--- Code: Pascal  [+][-]window.onload = function(){var x1 = document.getElementById("main_content_section"); if (x1) { var x = document.getElementsByClassName("geshi");for (var i = 0; i < x.length; i++) { x[i].style.maxHeight='none'; x[i].style.height = Math.min(x[i].clientHeight+15,306)+'px'; x[i].style.resize = "vertical";}};} ---{$APPTYPE        GUI} {$LONGSTRINGS    OFF}{$WRITEABLECONST ON}{$DESCRIPTION    'Win32 API function - GetClientRect example'} {$R GetClientRect.Res} program _GetClientRect;  { Win32 API function - GetClientRect example                                } uses Windows, Messages, Resource, SysUtils; const  AppNameBase  = 'GetClientRect Example';   {$ifdef WIN64}    Bitness64  = ' - 64bit';    AppName    = AppNameBase + Bitness64;  {$else}    Bitness32  = ' - 32bit';    AppName    = AppNameBase + Bitness32;  {$endif}   AboutBox     = 'AboutBox';  APPICON      = 'APPICON';  APPMENU      = 'APPMENU'; {-----------------------------------------------------------------------------} {$ifdef VER90} { Delphi 2.0 }type  ptrint  = longint;  ptruint = dword;{$endif} {-----------------------------------------------------------------------------} function About(DlgWnd : hWnd; Msg : UINT; wParam, lParam : ptrint)         : ptrint; stdcall;begin  About := ord(TRUE);   case msg of     WM_INITDIALOG: exit;     WM_COMMAND:    begin      if (LOWORD(wParam) = IDOK) or (LOWORD(wParam) = IDCANCEL) then      begin        EndDialog(DlgWnd, ord(TRUE));         exit;      end;    end;  end;   About := ord(FALSE);end; {-----------------------------------------------------------------------------} function WndProc (Wnd : hWnd; Msg : UINT; wParam, lParam : ptrint)         : ptrint; stdcall;  { main application/window handler function                                  }const  GetClientRect_Call = 'GetClientRect (Wnd : HWND; var Rect : TRECT) : BOOL;';   Pen                : HPEN = 0;      { deleted when the window is destroyed  }   Hint = 'Press the Left mouse button anywhere in the client area';   Tracking           : BOOL = FALSE; var  ps                 : TPAINTSTRUCT;   ClientRect         : TRECT;   Buf                : packed array[0..255] of char;   TextSize           : TSIZE;  OldPen             : HPEN; begin  WndProc := 0;   case Msg of    WM_CREATE:    begin      {-----------------------------------------------------------------------}      { Using "not GetSysColor(COLOR_WINDOW)" guarantees that the pen will    }      { be created using a color that will always be visible.  Note that      }      { for this to be true, the value passed to GetSysColor must be the      }      { same as the one passed when the class was registered.                 }       { We AND with $00FFFFFF to make sure that the high byte is zero.        }      { Windows uses this byte to select a palette which is not something     }      { we want it to do in this occasion.                                    }       Pen := CreatePen(PS_INSIDEFRAME,                       3,                       not GetSysColor(COLOR_WINDOW) and $00FFFFFF);      exit;    end;     WM_LBUTTONDOWN:    begin      {-----------------------------------------------------------------------}      { capture the mouse to make sure we always get the button up which      }      { is the signal to refresh the client area.                             }       SetCapture(Wnd);      Tracking := TRUE;      InvalidateRect(Wnd, nil, TRUE);       exit;    end;     WM_LBUTTONUP:    begin      {-----------------------------------------------------------------------}      { if the mouse was not captured then we don't have anything to do       }       if Tracking then      begin        ReleaseCapture;                   { let the cat play with it          }         Tracking := FALSE;        InvalidateRect(Wnd, nil, TRUE);   { redraw the client area            }      end;       exit;    end;     WM_PAINT:    begin      BeginPaint(Wnd, ps);       { set up the dc                                                         }       SetBkMode(ps.hdc, TRANSPARENT);      SetTextAlign(ps.hdc, TA_CENTER);       GetClientRect(Wnd, ClientRect);       { we'll use this quite often      }       if Tracking then      begin        {---------------------------------------------------------------------}        { we have the mouse captured. we draw a frame around the client       }        { rectangle and display its size.                                     }         OldPen := SelectObject(ps.hdc, Pen);        SelectObject(ps.hdc, GetStockObject(NULL_BRUSH));         {---------------------------------------------------------------------}        { draw a frame around the client area. This could be done using       }        { the FrameRect API instead of Rectangle.                             }         with ClientRect do        begin          Rectangle(ps.hdc, Left, Top, Right, Bottom);        end;         {---------------------------------------------------------------------}        { draw the size of the client area                                    }         SelectObject(ps.hdc, OldPen);         with ClientRect do        begin          StrFmt(Buf,                 '(Left, Top) (%d, %d) - (Right, Bottom) (%d, %d)',                 [Left, Top, Right, Bottom]);        end;         { the code outside the if statement will output the buffer            }      end      else      begin        {---------------------------------------------------------------------}        { we don't have the mouse captured.  we draw a string giving          }        { the user a hint about what to do next.                              }         lstrcpy(Buf, Hint);      end;       {-----------------------------------------------------------------------}      { calculate the size of the output string currently in Buf              }       GetTextExtentPoint32(ps.hdc,                           Buf,                           lstrlen(Buf), TextSize);      TextOut(ps.hdc,              ClientRect.Right  div 2,              ClientRect.Bottom div 2 - TextSize.cy,              Buf,              lstrlen(Buf));       {-----------------------------------------------------------------------}      { draw the function call                                                }       SelectObject(ps.hdc, GetStockObject(DEFAULT_GUI_FONT));      SetTextAlign(ps.hdc, TA_CENTER or TA_BOTTOM);       lstrcpy(Buf, GetClientRect_Call);       { calculate the size of the output string                               }       GetTextExtentPoint32(ps.hdc,                           Buf,                           lstrlen(Buf), TextSize);      TextOut(ps.hdc,              ClientRect.Right div 2,              ClientRect.Bottom - TextSize.cy,              Buf,              lstrlen(Buf));       {-----------------------------------------------------------------------}      { we're done painting                                                   }       EndPaint(Wnd, ps);       exit;    end;     WM_COMMAND:    begin      case LOWORD(wParam) of        IDM_ABOUT:        begin          DialogBox(hInstance, ABOUTBOX, Wnd, @About);           exit;        end; { IDM_ABOUT }         IDM_EXIT:        begin          DestroyWindow(Wnd);           exit;        end; { IDM_EXIT }      end; { case LOWORD(wParam) }    end; { WM_COMMAND }     WM_DESTROY:    begin      if Pen <> 0 then DeleteObject(Pen);        PostQuitMessage(0);       exit;    end; { WM_DESTROY }  end; { case msg }   WndProc := DefWindowProc (Wnd, Msg, wParam, lParam);end; {-----------------------------------------------------------------------------} function InitAppClass : WordBool;  { registers the application's window classes                                }var  cls : TWndClassEx; begin  cls.cbSize          := sizeof(TWndClassEx);         { must be initialized   }   if not GetClassInfoEx (hInstance, AppName, cls) then  begin    with cls do begin      { cbSize has already been initialized as required above                 }       style           := CS_BYTEALIGNCLIENT;      lpfnWndProc     := @WndProc;                    { window class handler  }      cbClsExtra      := 0;      cbWndExtra      := 0;      hInstance       := system.hInstance;            { qualify instance!     }      hIcon           := LoadIcon (hInstance, APPICON);      hCursor         := LoadCursor(0, idc_arrow);      hbrBackground   := GetSysColorBrush(COLOR_WINDOW);      lpszMenuName    := APPMENU;                     { Menu name             }      lpszClassName   := AppName;                     { Window Class name     }      hIconSm         := LoadImage(hInstance,                                   APPICON,                                   IMAGE_ICON,                                   16,                                   16,                                   LR_DEFAULTCOLOR);    end; { with }     InitAppClass := WordBool(RegisterClassEx(cls));  end  else InitAppClass := true;end; {-----------------------------------------------------------------------------} function WinMain : integer;  { application entry point                                                   }var  Wnd : hWnd;  Msg : TMsg; begin  if not InitAppClass then Halt (255);  { register application's class        }   { Create the main application window                                        }   Wnd := CreateWindowEx(WS_EX_CLIENTEDGE,                        AppName,                { class name                  }                        AppName,                { window caption text         }                        ws_Overlapped       or  { window style                }                        ws_SysMenu          or                        ws_MinimizeBox      or                        ws_ClipSiblings     or                        ws_ClipChildren     or  { don't affect children       }                        ws_visible,             { make showwindow unnecessary }                        50,                     { x pos on screen             }                        50,                     { y pos on screen             }                        400,                    { window width                }                        300,                    { window height               }                        0,                      { parent window handle        }                        0,                      { menu handle 0 = use class   }                        hInstance,              { instance handle             }                        Nil);                   { parameter sent to WM_CREATE }   if Wnd = 0 then Halt;                         { could not create the window }   while GetMessage (Msg, 0, 0, 0) do            { wait for message            }  begin    TranslateMessage (Msg);                     { key conversions             }    DispatchMessage  (Msg);                     { send to window procedure    }  end;   WinMain := Msg.wParam;                        { terminate with return code  }end; begin  WinMain;end. This example also shows how and when to capture the mouse to cause it to update the client area when necessary.  It also serves as an example for CreatePen, SelectObject, Rectangle and DeleteObject.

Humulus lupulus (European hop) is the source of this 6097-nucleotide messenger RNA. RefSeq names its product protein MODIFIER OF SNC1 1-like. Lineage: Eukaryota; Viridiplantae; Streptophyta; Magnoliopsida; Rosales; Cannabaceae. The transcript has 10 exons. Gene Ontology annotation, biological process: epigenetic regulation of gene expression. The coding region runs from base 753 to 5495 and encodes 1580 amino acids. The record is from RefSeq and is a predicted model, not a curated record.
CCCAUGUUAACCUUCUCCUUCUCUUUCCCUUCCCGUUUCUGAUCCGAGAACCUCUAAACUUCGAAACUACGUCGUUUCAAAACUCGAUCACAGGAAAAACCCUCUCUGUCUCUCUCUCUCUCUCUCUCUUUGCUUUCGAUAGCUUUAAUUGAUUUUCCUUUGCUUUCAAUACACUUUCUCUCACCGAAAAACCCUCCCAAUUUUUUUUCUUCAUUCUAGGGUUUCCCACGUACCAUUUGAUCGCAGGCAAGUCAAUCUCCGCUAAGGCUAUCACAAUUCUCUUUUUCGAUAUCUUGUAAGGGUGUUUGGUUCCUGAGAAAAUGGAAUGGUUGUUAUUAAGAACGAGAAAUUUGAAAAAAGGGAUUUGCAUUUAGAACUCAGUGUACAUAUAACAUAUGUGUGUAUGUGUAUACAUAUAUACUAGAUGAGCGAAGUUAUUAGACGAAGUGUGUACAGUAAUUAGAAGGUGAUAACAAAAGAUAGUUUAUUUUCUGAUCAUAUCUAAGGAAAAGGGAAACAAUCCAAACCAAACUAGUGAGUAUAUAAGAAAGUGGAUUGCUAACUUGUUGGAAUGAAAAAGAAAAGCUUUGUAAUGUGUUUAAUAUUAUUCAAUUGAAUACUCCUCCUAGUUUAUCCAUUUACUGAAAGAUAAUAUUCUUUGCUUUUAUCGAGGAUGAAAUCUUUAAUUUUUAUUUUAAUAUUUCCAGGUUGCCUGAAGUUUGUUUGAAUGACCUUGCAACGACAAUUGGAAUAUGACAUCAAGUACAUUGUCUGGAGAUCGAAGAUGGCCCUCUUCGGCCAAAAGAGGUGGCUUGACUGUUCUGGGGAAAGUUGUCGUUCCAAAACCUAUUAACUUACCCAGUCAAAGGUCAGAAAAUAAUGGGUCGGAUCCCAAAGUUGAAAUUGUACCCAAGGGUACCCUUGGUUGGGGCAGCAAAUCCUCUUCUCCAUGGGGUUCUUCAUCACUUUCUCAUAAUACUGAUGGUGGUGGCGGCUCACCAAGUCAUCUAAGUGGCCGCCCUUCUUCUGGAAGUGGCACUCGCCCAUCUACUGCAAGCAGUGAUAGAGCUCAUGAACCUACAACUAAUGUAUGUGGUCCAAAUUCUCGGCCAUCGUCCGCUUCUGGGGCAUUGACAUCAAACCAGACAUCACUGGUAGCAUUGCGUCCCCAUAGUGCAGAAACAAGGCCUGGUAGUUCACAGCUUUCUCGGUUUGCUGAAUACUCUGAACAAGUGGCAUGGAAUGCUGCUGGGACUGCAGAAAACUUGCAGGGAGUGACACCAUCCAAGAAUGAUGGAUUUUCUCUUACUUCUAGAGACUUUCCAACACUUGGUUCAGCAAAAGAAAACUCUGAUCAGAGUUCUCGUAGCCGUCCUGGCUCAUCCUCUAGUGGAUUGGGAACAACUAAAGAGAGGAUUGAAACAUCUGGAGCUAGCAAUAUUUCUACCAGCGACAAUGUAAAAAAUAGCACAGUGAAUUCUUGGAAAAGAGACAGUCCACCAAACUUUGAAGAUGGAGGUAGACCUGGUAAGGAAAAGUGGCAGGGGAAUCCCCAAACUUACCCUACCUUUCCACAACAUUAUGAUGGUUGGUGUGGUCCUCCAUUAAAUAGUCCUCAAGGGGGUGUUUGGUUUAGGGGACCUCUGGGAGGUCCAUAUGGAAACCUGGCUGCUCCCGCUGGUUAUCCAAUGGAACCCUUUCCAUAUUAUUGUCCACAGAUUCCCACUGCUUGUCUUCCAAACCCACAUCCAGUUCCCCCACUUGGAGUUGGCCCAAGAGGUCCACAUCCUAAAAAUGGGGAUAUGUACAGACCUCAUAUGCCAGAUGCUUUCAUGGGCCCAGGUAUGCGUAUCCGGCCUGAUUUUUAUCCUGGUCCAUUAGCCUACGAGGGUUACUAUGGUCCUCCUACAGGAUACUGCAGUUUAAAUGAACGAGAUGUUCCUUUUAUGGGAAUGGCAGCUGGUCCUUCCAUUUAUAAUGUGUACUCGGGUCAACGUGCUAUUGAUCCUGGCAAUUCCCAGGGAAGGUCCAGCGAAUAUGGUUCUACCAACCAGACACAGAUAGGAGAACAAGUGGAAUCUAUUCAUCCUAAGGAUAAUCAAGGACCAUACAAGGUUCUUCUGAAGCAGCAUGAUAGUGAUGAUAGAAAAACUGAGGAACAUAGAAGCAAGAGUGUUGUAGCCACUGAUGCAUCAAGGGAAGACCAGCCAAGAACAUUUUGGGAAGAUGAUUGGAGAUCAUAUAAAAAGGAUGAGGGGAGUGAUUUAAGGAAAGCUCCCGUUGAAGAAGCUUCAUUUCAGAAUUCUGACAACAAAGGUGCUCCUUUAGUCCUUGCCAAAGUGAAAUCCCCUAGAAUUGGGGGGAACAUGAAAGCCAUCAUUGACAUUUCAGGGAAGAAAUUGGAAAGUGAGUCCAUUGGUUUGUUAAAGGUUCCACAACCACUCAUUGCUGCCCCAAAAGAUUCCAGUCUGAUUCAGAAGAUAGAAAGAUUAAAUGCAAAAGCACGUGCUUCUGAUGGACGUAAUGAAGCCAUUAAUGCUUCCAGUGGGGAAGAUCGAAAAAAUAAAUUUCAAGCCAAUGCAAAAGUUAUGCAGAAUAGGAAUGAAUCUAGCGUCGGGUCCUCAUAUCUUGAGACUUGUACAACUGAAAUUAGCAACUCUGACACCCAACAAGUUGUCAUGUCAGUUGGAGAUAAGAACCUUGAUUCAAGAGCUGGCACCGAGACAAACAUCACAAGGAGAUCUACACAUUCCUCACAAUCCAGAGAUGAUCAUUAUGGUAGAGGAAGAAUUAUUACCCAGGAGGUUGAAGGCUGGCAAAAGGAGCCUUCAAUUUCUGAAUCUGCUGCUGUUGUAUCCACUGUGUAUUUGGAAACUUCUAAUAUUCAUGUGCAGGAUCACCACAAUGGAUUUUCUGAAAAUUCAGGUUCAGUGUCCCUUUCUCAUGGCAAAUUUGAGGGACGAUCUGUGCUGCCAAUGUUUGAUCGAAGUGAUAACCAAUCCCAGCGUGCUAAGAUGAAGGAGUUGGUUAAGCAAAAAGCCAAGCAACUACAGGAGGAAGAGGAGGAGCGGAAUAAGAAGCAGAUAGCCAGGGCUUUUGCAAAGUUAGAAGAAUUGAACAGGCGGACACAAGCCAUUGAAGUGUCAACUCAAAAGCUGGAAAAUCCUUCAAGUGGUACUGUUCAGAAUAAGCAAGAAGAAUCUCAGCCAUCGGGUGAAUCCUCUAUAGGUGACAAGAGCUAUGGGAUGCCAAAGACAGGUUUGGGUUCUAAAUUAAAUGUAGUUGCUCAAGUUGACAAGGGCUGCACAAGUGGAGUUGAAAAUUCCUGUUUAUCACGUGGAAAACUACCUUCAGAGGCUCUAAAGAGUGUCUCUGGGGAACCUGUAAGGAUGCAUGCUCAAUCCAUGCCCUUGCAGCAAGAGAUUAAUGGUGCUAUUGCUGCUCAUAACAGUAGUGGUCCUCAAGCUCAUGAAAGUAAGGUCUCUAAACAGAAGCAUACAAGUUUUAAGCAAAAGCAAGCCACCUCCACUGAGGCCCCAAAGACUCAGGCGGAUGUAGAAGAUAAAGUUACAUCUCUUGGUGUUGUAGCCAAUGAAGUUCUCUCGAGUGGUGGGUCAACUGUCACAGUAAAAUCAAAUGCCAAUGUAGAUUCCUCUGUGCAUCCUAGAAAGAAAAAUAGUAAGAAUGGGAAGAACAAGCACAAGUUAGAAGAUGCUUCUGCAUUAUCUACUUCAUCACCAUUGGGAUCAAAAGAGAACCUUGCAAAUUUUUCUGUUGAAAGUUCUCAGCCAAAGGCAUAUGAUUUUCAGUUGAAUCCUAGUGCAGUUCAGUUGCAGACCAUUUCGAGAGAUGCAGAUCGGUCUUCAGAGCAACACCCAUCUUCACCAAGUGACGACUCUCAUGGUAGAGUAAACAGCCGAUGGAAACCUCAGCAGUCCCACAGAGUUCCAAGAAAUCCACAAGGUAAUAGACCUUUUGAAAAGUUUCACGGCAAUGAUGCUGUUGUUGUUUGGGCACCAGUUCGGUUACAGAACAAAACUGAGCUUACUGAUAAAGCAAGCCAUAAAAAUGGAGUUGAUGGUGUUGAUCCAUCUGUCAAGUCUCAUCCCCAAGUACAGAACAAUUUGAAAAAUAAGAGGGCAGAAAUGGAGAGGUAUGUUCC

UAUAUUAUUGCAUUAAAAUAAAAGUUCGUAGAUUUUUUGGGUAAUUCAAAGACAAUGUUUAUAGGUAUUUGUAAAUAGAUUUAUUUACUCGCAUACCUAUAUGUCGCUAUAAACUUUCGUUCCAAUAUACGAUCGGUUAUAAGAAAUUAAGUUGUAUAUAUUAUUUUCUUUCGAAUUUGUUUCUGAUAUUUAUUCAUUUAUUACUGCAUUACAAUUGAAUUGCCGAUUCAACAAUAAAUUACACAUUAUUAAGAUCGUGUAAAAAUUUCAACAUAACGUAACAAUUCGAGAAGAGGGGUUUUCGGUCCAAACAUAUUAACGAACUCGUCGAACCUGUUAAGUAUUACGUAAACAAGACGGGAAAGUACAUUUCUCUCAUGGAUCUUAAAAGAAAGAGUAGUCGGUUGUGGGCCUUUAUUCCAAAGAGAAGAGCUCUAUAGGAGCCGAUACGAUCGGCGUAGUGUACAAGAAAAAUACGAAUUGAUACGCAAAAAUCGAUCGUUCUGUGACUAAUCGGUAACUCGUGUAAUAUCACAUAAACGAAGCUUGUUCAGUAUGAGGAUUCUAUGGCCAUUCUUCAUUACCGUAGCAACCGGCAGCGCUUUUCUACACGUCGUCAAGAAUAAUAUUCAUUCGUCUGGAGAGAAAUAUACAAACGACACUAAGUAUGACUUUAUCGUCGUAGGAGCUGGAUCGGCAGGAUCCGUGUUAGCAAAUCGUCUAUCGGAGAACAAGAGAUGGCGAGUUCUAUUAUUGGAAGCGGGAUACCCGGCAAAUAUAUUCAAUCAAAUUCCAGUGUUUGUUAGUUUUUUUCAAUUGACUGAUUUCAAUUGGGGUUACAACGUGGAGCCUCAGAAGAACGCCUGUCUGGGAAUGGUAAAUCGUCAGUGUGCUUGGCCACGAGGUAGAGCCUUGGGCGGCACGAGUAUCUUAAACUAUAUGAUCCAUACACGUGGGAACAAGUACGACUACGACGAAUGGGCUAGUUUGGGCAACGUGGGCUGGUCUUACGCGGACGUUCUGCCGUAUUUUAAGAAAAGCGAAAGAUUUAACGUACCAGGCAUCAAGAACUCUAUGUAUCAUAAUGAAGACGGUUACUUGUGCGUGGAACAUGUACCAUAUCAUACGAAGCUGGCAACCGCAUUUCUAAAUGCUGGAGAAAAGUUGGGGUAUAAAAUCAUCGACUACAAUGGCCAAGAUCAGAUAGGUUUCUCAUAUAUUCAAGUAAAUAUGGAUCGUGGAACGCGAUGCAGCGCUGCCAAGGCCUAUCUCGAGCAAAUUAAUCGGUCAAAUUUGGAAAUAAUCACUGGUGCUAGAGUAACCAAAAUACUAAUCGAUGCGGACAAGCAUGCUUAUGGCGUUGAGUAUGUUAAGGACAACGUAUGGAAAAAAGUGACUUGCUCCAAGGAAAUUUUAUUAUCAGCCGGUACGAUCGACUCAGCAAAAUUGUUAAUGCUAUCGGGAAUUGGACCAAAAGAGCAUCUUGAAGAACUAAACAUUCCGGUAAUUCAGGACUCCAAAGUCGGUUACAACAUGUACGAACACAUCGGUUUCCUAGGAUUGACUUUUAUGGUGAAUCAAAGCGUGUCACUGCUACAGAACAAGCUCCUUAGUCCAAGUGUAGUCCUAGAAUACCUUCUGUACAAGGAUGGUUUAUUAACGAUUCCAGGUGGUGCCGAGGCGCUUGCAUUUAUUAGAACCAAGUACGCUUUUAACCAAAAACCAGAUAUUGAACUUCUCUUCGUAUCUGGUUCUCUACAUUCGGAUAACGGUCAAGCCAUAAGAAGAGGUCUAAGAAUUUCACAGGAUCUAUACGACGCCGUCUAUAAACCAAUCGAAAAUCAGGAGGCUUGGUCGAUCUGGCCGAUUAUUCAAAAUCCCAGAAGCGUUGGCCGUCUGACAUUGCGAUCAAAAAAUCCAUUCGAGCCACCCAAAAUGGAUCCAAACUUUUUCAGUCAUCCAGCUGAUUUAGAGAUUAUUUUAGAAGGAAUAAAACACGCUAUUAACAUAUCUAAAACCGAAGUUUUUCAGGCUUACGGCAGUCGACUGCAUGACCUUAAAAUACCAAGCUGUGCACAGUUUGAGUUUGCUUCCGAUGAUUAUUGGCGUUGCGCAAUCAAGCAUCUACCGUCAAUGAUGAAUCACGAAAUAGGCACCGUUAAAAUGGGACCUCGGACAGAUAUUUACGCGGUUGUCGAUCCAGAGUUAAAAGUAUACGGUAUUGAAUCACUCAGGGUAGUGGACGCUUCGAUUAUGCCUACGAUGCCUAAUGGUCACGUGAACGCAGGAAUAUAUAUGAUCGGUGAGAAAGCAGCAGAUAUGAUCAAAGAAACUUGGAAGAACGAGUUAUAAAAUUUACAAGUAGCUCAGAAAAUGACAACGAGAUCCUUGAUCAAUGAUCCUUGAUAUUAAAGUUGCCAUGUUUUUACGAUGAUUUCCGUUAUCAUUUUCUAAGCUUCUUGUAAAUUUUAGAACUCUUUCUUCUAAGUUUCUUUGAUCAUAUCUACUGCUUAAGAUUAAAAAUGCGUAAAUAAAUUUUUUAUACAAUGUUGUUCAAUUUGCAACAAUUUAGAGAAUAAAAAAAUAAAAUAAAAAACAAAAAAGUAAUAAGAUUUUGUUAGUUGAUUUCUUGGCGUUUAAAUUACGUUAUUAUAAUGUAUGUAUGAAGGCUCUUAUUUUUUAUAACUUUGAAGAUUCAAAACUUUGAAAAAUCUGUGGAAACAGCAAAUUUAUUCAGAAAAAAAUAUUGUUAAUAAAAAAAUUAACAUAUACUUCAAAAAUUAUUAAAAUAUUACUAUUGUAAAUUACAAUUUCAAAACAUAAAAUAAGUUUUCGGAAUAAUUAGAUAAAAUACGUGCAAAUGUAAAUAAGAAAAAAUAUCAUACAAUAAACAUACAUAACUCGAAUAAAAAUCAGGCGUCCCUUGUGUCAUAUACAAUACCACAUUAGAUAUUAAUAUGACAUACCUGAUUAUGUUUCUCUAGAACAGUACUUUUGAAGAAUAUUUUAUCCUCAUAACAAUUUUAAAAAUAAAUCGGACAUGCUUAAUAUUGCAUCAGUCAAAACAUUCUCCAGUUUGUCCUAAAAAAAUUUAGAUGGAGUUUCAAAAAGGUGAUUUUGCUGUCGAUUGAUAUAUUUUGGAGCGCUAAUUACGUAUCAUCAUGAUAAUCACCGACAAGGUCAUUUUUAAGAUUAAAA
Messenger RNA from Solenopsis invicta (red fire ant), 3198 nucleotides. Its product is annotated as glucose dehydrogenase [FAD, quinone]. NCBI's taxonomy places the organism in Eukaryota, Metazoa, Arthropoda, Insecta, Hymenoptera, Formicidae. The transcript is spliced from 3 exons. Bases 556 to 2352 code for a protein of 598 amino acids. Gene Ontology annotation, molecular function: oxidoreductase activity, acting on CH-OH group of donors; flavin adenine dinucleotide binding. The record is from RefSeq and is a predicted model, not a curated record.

FlierMate: